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Sixth Sense? Extrasensory perception is not so extrasensory

While people may be able to sense changes without being able to articulate them, this did not involve any kind of sixth sense or extrasensory mechanisms.

By Ananth Baliga

People who say they have a sixth sense, or extrasensory perception (ESP), are actually detecting changes with their usual senses, and finding them hard to identify or articulate.

The research conducted at the University of Mebourne is the first to suggest that ESP is felt by people when they sense changes that they cannot visually explain.

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The effect is similar to noticing a change in a friend's physical appearance but not being able to identify that it's because of a new haircut.

“We were able to show that while observers could reliably sense changes that they could not visually identify, this ability was not due to extrasensory perception or a sixth sense,” said lead researcher Dr. Piers Howe.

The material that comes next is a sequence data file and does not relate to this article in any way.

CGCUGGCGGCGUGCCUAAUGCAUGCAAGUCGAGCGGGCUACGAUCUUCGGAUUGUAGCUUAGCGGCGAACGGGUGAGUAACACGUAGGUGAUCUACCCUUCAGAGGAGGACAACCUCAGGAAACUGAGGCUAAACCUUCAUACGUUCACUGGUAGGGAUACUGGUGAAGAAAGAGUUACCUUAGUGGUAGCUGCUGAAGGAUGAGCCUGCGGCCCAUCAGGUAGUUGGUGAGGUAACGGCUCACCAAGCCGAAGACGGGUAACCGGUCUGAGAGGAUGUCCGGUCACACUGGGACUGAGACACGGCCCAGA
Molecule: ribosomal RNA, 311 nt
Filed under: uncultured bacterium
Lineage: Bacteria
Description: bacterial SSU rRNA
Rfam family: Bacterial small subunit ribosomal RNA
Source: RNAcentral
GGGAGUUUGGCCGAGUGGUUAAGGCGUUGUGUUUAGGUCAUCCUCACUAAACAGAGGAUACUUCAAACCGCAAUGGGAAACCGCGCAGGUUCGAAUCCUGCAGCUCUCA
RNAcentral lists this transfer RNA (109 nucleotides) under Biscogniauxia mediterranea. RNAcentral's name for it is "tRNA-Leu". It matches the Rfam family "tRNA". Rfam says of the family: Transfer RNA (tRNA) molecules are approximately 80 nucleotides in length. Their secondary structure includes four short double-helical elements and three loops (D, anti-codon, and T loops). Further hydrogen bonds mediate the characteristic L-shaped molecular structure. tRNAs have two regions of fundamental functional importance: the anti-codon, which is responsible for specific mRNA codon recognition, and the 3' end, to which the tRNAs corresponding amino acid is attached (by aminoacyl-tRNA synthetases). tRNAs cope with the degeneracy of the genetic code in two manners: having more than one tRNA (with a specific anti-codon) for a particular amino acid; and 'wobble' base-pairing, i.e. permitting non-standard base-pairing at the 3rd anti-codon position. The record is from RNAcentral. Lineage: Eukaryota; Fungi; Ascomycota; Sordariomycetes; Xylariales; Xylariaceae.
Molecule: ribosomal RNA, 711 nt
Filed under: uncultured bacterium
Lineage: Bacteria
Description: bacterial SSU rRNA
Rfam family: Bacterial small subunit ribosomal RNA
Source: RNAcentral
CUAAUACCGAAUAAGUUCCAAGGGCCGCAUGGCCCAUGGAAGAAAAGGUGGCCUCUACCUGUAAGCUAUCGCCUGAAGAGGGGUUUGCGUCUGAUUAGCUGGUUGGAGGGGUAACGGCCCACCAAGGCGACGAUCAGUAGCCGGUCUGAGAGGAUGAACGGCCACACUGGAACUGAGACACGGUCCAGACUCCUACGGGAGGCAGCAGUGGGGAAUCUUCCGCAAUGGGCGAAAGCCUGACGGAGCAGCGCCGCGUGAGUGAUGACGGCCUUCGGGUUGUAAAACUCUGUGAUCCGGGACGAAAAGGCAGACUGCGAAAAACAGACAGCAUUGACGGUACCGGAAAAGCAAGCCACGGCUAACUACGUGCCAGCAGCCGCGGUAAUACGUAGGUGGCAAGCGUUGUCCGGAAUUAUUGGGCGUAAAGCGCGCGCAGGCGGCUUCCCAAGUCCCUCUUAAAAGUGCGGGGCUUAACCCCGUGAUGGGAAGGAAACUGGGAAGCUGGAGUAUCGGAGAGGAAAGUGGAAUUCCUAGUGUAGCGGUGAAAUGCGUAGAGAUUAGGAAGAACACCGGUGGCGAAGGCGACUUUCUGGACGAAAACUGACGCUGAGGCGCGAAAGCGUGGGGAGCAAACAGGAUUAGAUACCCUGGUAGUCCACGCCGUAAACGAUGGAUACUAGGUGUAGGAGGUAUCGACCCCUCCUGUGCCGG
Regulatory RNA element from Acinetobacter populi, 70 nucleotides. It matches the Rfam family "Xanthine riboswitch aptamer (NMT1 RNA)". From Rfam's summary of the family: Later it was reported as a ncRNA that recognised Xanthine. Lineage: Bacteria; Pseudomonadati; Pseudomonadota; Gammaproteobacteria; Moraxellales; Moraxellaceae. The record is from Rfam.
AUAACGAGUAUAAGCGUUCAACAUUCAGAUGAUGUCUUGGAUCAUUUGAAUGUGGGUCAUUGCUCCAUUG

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Participants were asked to look at two pictures, both of the same person but one with a small change to the subject's appearance. Each picture was displayed for 1.5 seconds with a 1 second gap between, after which they were asked if they could identify any differences, from a list of nine possible changes.

The results, published in PLOS ONE, showed that while the participants were able to detect a general change, they could not pinpoint what had actually changed. They might notice that the two pictures had different amounts of red or green, but couldn't determine that this was because the woman in the picture had changed the color of her hat.

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Researchers concluded that people could sense a change without being able to identify the change, but this did not involve any extrasensory mechanisms.

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[University of Melbourne] [PLOS ONE]

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